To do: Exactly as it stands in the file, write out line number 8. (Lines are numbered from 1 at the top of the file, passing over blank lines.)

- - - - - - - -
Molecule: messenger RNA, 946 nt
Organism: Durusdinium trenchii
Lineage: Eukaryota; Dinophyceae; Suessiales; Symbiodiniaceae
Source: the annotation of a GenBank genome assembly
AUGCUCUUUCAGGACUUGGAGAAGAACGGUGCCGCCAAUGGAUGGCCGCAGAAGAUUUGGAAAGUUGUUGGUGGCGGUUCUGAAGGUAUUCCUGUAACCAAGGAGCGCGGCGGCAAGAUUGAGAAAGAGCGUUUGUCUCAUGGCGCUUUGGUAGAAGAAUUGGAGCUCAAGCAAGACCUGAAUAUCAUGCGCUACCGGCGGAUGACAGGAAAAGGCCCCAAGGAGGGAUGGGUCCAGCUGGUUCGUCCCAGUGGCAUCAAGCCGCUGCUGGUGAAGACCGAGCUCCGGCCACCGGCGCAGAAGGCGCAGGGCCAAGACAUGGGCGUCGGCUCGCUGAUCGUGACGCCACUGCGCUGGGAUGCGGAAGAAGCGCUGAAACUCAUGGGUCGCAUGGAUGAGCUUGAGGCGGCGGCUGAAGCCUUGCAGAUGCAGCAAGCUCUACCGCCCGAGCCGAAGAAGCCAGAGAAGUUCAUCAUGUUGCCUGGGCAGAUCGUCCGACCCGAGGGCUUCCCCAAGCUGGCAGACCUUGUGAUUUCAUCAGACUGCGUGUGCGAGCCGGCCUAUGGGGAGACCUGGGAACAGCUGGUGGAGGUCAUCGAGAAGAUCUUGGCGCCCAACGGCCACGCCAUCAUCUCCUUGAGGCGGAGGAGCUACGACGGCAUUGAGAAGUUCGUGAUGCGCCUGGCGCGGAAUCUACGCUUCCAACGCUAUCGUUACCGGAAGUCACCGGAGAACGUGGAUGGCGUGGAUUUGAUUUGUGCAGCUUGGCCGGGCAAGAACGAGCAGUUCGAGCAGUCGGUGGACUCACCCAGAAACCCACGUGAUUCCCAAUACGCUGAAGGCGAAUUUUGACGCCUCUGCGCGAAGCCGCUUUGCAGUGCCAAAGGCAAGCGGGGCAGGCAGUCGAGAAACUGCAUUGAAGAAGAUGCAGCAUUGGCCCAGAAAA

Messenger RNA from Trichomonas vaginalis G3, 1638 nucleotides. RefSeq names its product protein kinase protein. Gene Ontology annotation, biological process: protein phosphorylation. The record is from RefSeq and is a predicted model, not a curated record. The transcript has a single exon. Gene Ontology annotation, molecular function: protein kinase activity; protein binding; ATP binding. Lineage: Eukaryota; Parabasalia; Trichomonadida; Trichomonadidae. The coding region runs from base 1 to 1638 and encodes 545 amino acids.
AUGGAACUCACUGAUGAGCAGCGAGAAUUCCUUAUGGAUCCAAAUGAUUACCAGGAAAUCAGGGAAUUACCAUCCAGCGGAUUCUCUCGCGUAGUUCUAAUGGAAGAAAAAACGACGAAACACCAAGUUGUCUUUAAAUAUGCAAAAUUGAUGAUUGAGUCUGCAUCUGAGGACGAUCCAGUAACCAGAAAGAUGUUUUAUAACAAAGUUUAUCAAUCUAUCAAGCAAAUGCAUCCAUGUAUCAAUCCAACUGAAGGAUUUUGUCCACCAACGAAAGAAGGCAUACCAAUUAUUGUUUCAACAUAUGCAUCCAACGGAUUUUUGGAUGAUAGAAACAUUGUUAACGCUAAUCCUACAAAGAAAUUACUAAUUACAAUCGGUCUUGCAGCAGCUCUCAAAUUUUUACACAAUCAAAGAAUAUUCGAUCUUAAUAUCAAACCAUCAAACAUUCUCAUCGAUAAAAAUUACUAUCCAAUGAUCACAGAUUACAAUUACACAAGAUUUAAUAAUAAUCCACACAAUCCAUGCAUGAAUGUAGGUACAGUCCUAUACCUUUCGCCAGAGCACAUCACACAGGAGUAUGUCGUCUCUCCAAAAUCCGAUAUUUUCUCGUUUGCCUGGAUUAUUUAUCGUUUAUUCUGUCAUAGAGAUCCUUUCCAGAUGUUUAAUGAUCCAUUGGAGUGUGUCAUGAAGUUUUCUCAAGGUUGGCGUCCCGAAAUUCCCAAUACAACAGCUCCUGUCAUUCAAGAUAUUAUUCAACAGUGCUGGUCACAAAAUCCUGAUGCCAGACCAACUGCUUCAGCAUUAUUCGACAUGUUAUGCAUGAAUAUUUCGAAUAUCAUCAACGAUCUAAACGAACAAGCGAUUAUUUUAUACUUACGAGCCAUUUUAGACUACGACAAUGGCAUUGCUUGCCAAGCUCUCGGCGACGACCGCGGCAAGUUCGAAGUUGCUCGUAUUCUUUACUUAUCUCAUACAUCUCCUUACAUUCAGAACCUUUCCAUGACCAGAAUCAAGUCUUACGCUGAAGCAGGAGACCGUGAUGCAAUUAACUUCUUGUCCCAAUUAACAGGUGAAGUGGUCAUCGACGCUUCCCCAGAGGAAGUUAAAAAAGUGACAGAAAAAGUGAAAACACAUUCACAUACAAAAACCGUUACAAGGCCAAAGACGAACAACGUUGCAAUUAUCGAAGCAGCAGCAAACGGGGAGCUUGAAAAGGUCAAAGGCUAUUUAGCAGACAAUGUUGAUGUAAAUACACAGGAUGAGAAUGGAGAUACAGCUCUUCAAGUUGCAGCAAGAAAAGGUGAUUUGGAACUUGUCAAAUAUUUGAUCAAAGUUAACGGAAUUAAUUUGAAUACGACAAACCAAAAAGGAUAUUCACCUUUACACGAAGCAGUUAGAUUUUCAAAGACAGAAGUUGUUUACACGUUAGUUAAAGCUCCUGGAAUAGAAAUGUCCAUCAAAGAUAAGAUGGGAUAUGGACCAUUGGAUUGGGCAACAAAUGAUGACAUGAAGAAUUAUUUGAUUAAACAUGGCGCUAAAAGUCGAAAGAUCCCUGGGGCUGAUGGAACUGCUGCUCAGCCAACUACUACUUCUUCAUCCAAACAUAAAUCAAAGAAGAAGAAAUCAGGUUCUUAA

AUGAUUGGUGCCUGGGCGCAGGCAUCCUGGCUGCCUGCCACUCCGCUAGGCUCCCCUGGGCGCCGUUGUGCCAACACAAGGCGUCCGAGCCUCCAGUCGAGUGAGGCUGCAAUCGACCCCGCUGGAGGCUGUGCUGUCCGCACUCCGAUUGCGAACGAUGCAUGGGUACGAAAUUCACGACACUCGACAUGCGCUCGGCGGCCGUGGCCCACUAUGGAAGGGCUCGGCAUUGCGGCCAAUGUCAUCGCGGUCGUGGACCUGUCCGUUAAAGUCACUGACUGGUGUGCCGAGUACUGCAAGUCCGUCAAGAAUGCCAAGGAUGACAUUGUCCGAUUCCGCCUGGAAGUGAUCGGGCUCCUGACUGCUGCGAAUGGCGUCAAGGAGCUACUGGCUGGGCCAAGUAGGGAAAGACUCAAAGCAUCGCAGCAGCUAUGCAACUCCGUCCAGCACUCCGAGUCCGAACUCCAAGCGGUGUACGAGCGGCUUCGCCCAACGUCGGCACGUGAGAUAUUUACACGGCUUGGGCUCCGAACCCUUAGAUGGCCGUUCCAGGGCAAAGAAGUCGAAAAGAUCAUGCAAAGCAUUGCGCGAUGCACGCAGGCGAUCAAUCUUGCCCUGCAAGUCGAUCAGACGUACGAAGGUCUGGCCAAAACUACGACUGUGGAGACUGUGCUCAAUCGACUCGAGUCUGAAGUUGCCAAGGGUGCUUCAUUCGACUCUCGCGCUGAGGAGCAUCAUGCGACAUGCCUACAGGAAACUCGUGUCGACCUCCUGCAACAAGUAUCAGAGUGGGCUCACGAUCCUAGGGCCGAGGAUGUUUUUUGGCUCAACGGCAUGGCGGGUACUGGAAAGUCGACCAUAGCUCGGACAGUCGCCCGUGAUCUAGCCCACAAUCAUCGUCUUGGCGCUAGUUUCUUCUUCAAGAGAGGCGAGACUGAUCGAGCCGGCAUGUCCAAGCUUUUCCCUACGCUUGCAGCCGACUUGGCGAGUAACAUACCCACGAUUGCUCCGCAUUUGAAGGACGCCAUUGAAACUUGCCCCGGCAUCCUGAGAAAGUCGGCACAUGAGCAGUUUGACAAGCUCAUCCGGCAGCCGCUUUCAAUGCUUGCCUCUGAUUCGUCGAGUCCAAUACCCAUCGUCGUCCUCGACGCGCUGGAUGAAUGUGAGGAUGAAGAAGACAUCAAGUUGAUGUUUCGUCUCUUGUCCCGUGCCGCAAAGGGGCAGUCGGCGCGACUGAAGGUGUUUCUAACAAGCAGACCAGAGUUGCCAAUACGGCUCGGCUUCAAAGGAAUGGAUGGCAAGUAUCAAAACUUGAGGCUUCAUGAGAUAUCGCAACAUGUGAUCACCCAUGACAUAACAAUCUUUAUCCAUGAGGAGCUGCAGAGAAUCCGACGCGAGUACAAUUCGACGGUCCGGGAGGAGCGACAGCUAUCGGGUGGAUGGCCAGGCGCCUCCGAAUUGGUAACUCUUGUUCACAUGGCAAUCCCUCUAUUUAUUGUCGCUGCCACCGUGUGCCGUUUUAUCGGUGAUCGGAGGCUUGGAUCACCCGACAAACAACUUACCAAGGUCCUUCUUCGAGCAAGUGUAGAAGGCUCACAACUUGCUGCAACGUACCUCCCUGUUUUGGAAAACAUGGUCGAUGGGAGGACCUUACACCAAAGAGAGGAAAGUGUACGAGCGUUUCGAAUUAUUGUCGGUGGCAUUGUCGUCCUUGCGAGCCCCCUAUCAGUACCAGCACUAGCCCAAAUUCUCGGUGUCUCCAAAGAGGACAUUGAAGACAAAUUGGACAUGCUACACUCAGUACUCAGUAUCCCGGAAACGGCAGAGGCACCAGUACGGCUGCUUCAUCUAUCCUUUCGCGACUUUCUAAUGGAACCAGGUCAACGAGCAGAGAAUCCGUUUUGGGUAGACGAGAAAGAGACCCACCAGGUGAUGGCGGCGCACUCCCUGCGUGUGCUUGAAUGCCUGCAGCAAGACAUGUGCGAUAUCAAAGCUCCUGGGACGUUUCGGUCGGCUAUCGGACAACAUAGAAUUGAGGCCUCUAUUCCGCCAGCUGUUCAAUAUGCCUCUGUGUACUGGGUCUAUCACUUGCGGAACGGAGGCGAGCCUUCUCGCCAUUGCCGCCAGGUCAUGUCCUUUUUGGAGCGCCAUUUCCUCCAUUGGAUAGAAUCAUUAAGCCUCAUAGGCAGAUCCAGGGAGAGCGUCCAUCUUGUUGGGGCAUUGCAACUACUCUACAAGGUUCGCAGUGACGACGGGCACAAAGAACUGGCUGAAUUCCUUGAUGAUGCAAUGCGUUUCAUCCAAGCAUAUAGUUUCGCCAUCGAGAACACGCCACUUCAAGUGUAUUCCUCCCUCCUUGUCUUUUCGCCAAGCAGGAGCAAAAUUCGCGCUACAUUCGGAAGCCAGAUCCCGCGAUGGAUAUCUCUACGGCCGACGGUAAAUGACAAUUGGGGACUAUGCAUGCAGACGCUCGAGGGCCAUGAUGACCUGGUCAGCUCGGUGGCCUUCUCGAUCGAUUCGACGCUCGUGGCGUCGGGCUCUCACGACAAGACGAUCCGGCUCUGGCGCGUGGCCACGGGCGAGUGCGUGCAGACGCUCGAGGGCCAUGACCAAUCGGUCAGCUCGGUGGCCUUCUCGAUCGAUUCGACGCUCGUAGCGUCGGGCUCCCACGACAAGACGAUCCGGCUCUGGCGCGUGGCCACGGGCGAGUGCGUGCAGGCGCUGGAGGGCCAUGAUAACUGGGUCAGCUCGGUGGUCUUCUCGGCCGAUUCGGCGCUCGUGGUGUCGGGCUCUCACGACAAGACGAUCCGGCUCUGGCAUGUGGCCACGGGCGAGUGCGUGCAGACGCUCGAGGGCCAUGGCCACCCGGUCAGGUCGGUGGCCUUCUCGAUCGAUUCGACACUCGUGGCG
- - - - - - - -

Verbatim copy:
AUGAUUGGUGCCUGGGCGCAGGCAUCCUGGCUGCCUGCCACUCCGCUAGGCUCCCCUGGGCGCCGUUGUGCCAACACAAGGCGUCCGAGCCUCCAGUCGAGUGAGGCUGCAAUCGACCCCGCUGGAGGCUGUGCUGUCCGCACUCCGAUUGCGAACGAUGCAUGGGUACGAAAUUCACGACACUCGACAUGCGCUCGGCGGCCGUGGCCCACUAUGGAAGGGCUCGGCAUUGCGGCCAAUGUCAUCGCGGUCGUGGACCUGUCCGUUAAAGUCACUGACUGGUGUGCCGAGUACUGCAAGUCCGUCAAGAAUGCCAAGGAUGACAUUGUCCGAUUCCGCCUGGAAGUGAUCGGGCUCCUGACUGCUGCGAAUGGCGUCAAGGAGCUACUGGCUGGGCCAAGUAGGGAAAGACUCAAAGCAUCGCAGCAGCUAUGCAACUCCGUCCAGCACUCCGAGUCCGAACUCCAAGCGGUGUACGAGCGGCUUCGCCCAACGUCGGCACGUGAGAUAUUUACACGGCUUGGGCUCCGAACCCUUAGAUGGCCGUUCCAGGGCAAAGAAGUCGAAAAGAUCAUGCAAAGCAUUGCGCGAUGCACGCAGGCGAUCAAUCUUGCCCUGCAAGUCGAUCAGACGUACGAAGGUCUGGCCAAAACUACGACUGUGGAGACUGUGCUCAAUCGACUCGAGUCUGAAGUUGCCAAGGGUGCUUCAUUCGACUCUCGCGCUGAGGAGCAUCAUGCGACAUGCCUACAGGAAACUCGUGUCGACCUCCUGCAACAAGUAUCAGAGUGGGCUCACGAUCCUAGGGCCGAGGAUGUUUUUUGGCUCAACGGCAUGGCGGGUACUGGAAAGUCGACCAUAGCUCGGACAGUCGCCCGUGAUCUAGCCCACAAUCAUCGUCUUGGCGCUAGUUUCUUCUUCAAGAGAGGCGAGACUGAUCGAGCCGGCAUGUCCAAGCUUUUCCCUACGCUUGCAGCCGACUUGGCGAGUAACAUACCCACGAUUGCUCCGCAUUUGAAGGACGCCAUUGAAACUUGCCCCGGCAUCCUGAGAAAGUCGGCACAUGAGCAGUUUGACAAGCUCAUCCGGCAGCCGCUUUCAAUGCUUGCCUCUGAUUCGUCGAGUCCAAUACCCAUCGUCGUCCUCGACGCGCUGGAUGAAUGUGAGGAUGAAGAAGACAUCAAGUUGAUGUUUCGUCUCUUGUCCCGUGCCGCAAAGGGGCAGUCGGCGCGACUGAAGGUGUUUCUAACAAGCAGACCAGAGUUGCCAAUACGGCUCGGCUUCAAAGGAAUGGAUGGCAAGUAUCAAAACUUGAGGCUUCAUGAGAUAUCGCAACAUGUGAUCACCCAUGACAUAACAAUCUUUAUCCAUGAGGAGCUGCAGAGAAUCCGACGCGAGUACAAUUCGACGGUCCGGGAGGAGCGACAGCUAUCGGGUGGAUGGCCAGGCGCCUCCGAAUUGGUAACUCUUGUUCACAUGGCAAUCCCUCUAUUUAUUGUCGCUGCCACCGUGUGCCGUUUUAUCGGUGAUCGGAGGCUUGGAUCACCCGACAAACAACUUACCAAGGUCCUUCUUCGAGCAAGUGUAGAAGGCUCACAACUUGCUGCAACGUACCUCCCUGUUUUGGAAAACAUGGUCGAUGGGAGGACCUUACACCAAAGAGAGGAAAGUGUACGAGCGUUUCGAAUUAUUGUCGGUGGCAUUGUCGUCCUUGCGAGCCCCCUAUCAGUACCAGCACUAGCCCAAAUUCUCGGUGUCUCCAAAGAGGACAUUGAAGACAAAUUGGACAUGCUACACUCAGUACUCAGUAUCCCGGAAACGGCAGAGGCACCAGUACGGCUGCUUCAUCUAUCCUUUCGCGACUUUCUAAUGGAACCAGGUCAACGAGCAGAGAAUCCGUUUUGGGUAGACGAGAAAGAGACCCACCAGGUGAUGGCGGCGCACUCCCUGCGUGUGCUUGAAUGCCUGCAGCAAGACAUGUGCGAUAUCAAAGCUCCUGGGACGUUUCGGUCGGCUAUCGGACAACAUAGAAUUGAGGCCUCUAUUCCGCCAGCUGUUCAAUAUGCCUCUGUGUACUGGGUCUAUCACUUGCGGAACGGAGGCGAGCCUUCUCGCCAUUGCCGCCAGGUCAUGUCCUUUUUGGAGCGCCAUUUCCUCCAUUGGAUAGAAUCAUUAAGCCUCAUAGGCAGAUCCAGGGAGAGCGUCCAUCUUGUUGGGGCAUUGCAACUACUCUACAAGGUUCGCAGUGACGACGGGCACAAAGAACUGGCUGAAUUCCUUGAUGAUGCAAUGCGUUUCAUCCAAGCAUAUAGUUUCGCCAUCGAGAACACGCCACUUCAAGUGUAUUCCUCCCUCCUUGUCUUUUCGCCAAGCAGGAGCAAAAUUCGCGCUACAUUCGGAAGCCAGAUCCCGCGAUGGAUAUCUCUACGGCCGACGGUAAAUGACAAUUGGGGACUAUGCAUGCAGACGCUCGAGGGCCAUGAUGACCUGGUCAGCUCGGUGGCCUUCUCGAUCGAUUCGACGCUCGUGGCGUCGGGCUCUCACGACAAGACGAUCCGGCUCUGGCGCGUGGCCACGGGCGAGUGCGUGCAGACGCUCGAGGGCCAUGACCAAUCGGUCAGCUCGGUGGCCUUCUCGAUCGAUUCGACGCUCGUAGCGUCGGGCUCCCACGACAAGACGAUCCGGCUCUGGCGCGUGGCCACGGGCGAGUGCGUGCAGGCGCUGGAGGGCCAUGAUAACUGGGUCAGCUCGGUGGUCUUCUCGGCCGAUUCGGCGCUCGUGGUGUCGGGCUCUCACGACAAGACGAUCCGGCUCUGGCAUGUGGCCACGGGCGAGUGCGUGCAGACGCUCGAGGGCCAUGGCCACCCGGUCAGGUCGGUGGCCUUCUCGAUCGAUUCGACACUCGUGGCG